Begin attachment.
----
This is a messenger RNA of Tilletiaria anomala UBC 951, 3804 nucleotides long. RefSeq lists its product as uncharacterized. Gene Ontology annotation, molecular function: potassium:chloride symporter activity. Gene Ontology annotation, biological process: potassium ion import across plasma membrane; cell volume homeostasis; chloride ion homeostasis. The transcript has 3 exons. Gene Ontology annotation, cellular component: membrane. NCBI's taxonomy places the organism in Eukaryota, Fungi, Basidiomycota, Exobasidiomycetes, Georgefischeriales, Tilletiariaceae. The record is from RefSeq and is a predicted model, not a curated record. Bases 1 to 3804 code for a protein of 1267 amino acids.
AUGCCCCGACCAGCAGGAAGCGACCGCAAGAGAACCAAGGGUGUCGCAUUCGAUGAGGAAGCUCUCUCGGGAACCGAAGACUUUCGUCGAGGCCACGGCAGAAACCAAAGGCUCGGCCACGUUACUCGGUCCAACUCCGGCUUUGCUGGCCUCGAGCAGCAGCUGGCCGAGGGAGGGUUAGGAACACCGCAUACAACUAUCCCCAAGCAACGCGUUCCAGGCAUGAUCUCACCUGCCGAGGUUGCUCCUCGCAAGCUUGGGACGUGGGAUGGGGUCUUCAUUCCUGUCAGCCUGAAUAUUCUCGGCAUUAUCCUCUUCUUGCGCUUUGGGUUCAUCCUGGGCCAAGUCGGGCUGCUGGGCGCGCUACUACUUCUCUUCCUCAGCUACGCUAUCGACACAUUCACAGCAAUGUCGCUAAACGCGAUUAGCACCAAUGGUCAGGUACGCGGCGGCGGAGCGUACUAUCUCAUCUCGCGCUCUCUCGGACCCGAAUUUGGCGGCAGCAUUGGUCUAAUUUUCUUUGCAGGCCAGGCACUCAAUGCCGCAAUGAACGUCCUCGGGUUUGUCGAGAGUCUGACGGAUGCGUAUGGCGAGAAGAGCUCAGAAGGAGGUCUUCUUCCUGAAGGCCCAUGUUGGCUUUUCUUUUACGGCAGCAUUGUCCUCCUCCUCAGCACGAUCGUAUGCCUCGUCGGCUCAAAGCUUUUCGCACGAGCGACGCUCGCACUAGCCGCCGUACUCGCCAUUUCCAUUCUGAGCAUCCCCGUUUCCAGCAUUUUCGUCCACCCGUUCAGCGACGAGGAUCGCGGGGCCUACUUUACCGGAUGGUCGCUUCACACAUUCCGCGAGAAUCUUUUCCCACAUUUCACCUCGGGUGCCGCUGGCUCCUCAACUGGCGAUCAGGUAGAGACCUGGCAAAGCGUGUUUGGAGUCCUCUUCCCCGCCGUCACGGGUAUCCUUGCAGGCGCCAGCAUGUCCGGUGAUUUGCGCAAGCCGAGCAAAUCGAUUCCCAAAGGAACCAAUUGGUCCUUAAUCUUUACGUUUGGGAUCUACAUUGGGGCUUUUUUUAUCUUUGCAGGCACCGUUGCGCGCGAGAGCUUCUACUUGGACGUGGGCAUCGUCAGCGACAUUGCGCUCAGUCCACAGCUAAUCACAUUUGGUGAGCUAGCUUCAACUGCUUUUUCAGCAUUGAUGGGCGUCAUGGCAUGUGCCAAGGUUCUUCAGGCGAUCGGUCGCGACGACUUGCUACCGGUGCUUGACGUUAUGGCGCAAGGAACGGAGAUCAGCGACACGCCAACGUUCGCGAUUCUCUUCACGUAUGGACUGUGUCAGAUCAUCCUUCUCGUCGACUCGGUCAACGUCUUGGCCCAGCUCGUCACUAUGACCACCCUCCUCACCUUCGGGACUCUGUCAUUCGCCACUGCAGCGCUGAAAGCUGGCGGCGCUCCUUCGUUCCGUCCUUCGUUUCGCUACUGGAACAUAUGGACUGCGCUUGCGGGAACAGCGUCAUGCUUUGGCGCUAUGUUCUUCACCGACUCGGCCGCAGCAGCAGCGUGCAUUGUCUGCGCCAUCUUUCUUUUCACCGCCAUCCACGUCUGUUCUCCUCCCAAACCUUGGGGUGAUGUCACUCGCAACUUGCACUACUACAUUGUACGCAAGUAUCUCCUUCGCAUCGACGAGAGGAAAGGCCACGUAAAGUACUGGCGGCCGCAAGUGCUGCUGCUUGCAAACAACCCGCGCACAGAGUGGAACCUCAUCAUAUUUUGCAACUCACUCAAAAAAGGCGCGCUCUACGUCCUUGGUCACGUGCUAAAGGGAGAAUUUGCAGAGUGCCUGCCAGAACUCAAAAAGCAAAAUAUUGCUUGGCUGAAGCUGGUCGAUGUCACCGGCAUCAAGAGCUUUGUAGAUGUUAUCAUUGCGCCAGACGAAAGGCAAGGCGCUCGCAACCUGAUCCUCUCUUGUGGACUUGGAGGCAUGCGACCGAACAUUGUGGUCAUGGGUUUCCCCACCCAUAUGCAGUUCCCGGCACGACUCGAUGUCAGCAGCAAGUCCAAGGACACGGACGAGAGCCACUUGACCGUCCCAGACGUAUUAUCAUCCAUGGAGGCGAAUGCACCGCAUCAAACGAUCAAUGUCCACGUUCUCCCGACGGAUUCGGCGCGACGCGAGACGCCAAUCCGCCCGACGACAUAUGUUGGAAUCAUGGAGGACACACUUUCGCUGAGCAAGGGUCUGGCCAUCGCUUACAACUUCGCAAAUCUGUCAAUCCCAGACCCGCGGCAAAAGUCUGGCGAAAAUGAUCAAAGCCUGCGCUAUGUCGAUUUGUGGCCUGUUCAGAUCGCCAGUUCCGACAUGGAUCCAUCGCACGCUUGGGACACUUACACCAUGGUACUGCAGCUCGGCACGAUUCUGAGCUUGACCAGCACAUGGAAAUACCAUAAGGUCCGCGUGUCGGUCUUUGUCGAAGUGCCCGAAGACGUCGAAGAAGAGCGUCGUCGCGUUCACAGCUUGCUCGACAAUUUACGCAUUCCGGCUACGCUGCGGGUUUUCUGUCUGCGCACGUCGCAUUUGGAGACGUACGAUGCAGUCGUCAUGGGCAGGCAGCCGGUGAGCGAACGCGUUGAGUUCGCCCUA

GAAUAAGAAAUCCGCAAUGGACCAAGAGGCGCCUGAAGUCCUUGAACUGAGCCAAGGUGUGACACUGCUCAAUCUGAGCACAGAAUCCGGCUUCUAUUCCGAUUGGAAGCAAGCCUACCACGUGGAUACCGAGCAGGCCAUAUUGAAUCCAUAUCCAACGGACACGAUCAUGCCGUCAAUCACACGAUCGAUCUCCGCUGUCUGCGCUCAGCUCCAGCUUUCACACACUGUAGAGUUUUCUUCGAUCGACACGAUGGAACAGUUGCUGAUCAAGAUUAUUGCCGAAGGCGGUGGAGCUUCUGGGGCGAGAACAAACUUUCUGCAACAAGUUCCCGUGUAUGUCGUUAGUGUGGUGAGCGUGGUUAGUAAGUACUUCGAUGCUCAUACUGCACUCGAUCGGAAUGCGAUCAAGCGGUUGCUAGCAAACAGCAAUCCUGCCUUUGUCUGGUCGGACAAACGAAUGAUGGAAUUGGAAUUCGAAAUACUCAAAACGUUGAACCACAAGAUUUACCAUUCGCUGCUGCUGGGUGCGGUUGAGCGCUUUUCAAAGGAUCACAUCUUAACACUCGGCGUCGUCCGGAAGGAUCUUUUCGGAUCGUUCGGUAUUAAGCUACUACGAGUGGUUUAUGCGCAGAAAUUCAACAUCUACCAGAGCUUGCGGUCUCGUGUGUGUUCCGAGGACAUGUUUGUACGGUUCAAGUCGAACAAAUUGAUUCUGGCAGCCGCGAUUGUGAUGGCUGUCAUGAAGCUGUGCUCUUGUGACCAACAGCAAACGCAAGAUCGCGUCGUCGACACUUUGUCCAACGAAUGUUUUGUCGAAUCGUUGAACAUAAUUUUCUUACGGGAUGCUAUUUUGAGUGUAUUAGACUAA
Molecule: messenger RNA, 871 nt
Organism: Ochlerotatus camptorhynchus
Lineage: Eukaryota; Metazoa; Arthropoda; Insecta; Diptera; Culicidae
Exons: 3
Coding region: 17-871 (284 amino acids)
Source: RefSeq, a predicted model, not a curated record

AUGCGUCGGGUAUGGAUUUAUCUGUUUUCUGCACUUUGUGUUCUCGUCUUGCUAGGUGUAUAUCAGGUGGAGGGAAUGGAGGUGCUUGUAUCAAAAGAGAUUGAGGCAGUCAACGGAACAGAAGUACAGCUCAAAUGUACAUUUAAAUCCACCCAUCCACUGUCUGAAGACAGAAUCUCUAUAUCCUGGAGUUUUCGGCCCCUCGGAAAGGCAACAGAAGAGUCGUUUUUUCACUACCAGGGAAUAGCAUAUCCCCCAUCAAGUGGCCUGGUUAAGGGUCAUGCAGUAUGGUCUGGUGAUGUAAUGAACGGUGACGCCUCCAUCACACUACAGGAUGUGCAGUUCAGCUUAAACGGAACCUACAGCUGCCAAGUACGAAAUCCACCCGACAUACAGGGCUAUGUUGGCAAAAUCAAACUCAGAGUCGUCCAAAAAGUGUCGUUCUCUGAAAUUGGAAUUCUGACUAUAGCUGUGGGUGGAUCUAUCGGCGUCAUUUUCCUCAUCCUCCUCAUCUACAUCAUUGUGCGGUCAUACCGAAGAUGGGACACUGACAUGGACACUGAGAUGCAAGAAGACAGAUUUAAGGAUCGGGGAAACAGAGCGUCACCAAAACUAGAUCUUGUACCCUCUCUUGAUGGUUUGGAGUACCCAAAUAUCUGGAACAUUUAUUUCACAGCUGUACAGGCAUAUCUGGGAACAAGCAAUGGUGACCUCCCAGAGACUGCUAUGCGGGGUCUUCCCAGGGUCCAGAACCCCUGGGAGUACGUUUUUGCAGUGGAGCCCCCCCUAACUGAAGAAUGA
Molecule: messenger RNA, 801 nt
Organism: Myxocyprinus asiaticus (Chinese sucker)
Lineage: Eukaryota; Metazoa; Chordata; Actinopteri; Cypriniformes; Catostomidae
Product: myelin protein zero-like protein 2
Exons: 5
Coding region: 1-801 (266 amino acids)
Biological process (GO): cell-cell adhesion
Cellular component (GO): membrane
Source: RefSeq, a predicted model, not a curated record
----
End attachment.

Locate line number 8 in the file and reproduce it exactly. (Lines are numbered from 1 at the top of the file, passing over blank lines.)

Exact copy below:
Coding region: 17-871 (284 amino acids)